Disconsolate piano notes descend in a maudlin trickle; the guitar squawks like a tortured chicken. Then the band hits a catchy riff, though it’s not the spine of the song. The central nervous system is a four chord descending figure in counterpoint to a rising vocal line. The music is powerfully rocking, the words gloomily nihilistic, laying out the narrative of the album like a B&W noir horror film; theatrical, certainly, but never descending into pantomime. This is the opening song, the title track, of Atomic Rooster’s second album Death Walks Behind You. Welcome to their nightmare.
“Vug” is an instrumental skeleton’s dance between guitar and organ. It’s a savage boogie, the foundation of which composer/organist Vincent Crane describes as “a heavy shuffle rhythm”. Think early Deep Purple where Jon Lord has taken a bad trip.
The album’s single, “Tomorrow Night”, did rather well in the UK and it is easy to hear why. It’s heavy catchiness (and it’s catchy heaviness) would have been well received by those who loved early Led Zeppelin and Black Sabbath’s Paranoid. This album version of the song has an “after the credits” freaky fadeout of insane poultry, leaving you to wonder about a subtle running gag as it fades towards the sepulchral loneliness of “7 Streets”.
Vincent Crane’s churchy organ introduces this mid-paced rocker before John Du Cann pounds out the riff on electric guitar. This song has a strong vocal by the guitarist before a cool organ-guitar duel. The chordal hook returns, a couple more verses and a dramatic coda takes us to the end of side one. Four tracks, each with a memorable riff and strong delivery. Verdict at the halfway point? It rocks is miserable arse off.
Just as Crane’s piano introduce the album, so Cann’s guitar leads off the second side. After the freakout opening, another steel riff kicks off “Sleeping for years”. Although it’s a solid heavy rock song, I find this the least engaging track on the record. Despite Cann’s distorted, fucked-up guitar solo there is something a bit too pedestrian about this one.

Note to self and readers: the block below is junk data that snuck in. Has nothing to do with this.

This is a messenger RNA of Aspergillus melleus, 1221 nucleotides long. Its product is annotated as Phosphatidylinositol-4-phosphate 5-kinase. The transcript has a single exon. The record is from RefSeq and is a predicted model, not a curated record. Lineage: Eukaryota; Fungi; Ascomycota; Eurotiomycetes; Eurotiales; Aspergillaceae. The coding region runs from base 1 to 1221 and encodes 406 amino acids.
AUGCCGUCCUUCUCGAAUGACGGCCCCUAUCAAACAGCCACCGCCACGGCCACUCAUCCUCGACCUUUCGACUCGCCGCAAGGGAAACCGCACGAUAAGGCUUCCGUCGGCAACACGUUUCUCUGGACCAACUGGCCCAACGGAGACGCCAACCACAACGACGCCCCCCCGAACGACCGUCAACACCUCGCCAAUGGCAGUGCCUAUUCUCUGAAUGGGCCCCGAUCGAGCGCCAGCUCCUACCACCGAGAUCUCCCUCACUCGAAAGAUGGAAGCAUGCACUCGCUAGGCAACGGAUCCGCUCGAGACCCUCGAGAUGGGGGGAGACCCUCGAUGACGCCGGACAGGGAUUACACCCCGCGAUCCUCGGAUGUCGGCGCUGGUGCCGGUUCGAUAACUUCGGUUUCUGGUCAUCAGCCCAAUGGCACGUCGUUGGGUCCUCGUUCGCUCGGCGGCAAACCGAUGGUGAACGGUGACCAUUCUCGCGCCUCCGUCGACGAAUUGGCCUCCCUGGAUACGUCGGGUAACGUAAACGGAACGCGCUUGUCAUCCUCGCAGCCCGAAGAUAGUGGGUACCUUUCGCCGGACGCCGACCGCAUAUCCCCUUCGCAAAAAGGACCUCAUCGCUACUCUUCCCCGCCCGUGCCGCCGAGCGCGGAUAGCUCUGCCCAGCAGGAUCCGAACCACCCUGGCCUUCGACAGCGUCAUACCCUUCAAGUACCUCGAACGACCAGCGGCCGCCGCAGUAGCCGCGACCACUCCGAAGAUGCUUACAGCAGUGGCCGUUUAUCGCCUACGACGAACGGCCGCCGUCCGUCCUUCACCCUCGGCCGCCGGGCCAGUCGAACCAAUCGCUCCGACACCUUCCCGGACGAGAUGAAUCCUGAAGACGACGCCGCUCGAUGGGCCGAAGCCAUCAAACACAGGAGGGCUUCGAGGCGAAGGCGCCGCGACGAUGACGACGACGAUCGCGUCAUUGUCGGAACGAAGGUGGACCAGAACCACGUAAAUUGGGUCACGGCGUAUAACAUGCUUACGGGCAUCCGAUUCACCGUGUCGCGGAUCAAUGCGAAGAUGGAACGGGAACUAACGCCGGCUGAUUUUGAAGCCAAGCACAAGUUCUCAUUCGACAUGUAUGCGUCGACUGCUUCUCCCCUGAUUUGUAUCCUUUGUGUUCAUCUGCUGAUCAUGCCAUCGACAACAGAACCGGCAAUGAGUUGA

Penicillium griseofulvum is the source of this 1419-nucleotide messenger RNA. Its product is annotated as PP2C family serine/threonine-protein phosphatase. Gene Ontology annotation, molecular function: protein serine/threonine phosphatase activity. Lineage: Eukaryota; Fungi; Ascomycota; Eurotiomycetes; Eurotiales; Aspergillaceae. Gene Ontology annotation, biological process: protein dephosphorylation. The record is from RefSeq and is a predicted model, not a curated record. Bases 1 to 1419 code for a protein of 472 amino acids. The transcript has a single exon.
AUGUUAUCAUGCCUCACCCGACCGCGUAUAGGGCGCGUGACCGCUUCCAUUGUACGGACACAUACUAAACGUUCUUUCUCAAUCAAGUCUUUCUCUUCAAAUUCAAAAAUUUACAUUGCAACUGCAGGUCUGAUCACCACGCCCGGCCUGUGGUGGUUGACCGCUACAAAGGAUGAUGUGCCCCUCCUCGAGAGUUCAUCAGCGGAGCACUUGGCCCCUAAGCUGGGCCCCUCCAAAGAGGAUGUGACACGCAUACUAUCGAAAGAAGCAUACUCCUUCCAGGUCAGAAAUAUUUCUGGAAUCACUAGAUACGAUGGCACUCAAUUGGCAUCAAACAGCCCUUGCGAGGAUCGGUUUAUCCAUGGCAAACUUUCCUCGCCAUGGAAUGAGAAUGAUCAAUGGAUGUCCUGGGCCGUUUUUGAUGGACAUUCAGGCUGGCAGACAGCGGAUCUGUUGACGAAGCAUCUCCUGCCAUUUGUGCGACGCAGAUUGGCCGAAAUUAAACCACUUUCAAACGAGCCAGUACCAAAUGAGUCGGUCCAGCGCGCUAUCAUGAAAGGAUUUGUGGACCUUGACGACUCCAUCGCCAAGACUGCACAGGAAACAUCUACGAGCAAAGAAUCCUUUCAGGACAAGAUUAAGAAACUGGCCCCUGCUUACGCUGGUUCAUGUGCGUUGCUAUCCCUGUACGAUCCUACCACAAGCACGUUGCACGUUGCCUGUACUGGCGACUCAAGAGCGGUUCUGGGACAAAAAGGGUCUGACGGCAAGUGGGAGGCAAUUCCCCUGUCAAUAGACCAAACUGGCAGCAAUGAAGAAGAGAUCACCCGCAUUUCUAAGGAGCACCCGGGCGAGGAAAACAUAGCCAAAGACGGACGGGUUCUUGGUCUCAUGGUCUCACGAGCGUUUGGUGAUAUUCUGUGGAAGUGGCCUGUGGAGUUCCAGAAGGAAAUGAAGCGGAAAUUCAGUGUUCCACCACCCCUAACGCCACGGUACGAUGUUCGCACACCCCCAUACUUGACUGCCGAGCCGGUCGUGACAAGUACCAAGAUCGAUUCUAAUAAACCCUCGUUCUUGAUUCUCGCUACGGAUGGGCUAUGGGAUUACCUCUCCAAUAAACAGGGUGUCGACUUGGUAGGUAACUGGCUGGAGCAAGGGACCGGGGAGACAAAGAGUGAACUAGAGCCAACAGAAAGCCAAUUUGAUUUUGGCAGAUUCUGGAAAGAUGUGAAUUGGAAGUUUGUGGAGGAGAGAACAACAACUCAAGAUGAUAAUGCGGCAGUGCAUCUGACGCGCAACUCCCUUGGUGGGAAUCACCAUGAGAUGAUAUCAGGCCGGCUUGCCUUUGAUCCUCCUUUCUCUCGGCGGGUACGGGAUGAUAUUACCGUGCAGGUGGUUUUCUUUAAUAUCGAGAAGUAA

Imagine if the Emerson, Lake & Palmer were a trio of intense occult-orientated funeral directors. “I can’t take no more” would be their theme. Some might be worried about their well-being until the double negative is processed and conclusion reached that they can, in fact, take more.
It’s a great rock song, with clever shifts of mood and rhythm, underpinned by fabulous bass pedal work by Vincent C. The trio sound is deep and strong. Colin Harper’s thorough liner notes to the 2004 CD re-issue include the following quote from Crane, talking to Melody Maker in 1970.
I want to keep it as a trio. We are lucky in having two lead instruments, and playing the bass lines on the pedals and with my left hand I can play exactly the lines I want. We were playing at a club the other day and when we finished our set a guy came up to me and asked who was playing the bass. He suggested maybe we had someone behind the cabinets. That was a real compliment. It’s things like that that keep you going through all the hang-ups.
Are heavy albums lifted by a ballad? Does “Changes” make Sabbath’s Volume IV great, for instance?
“Nobody else” is Atomic Rooster’s contribution to the debate. It’s a sad, piano led song of lamentation and isolation. Cann’s subtle guitar accompaniment is very nicely played. Then, just as you imagine this brief interlude is over, Paul Hammond’s drums kick in and the song charges off like a street racer before finally coming to rest in an empty car park overlooking a wet, deserted city.
Ending DWBY with a solid slab of steroid-enhance muscle, “Gershatzer” is a Vincent Crane instrumental (with yet another catchy riff) that wanders out of the gym and into some strange modern dance studio for a groggy middle section of piano/organ shenanigans and aural trickery. It is a bit like those ELP concert clips where Keith Emerson is doing despicable things to his organ; impressive, but you are relieved when the vamping riff returns. Hammond gets a brief drum solo—unusual on a studio recording, even in the early 70s—then Crane’s Hammond and Cann’s guitar close ranks for a riffing race across the finish line.
The chequered flag might have a skull emblazoned on it and the victory dais may be a desecrated pulpit, but the dark tones do not mask the conviction and power of this heavy prog sermon. Don your black cape and join the congregation as they boogie through the graveyard of your mind.
Death Walks Behind You. It’s a killer.
Credits could only be located for a couple of the above photographs. Appropriate acknowledgment will be added if found.
A lengthy preamble to this album review can be found here.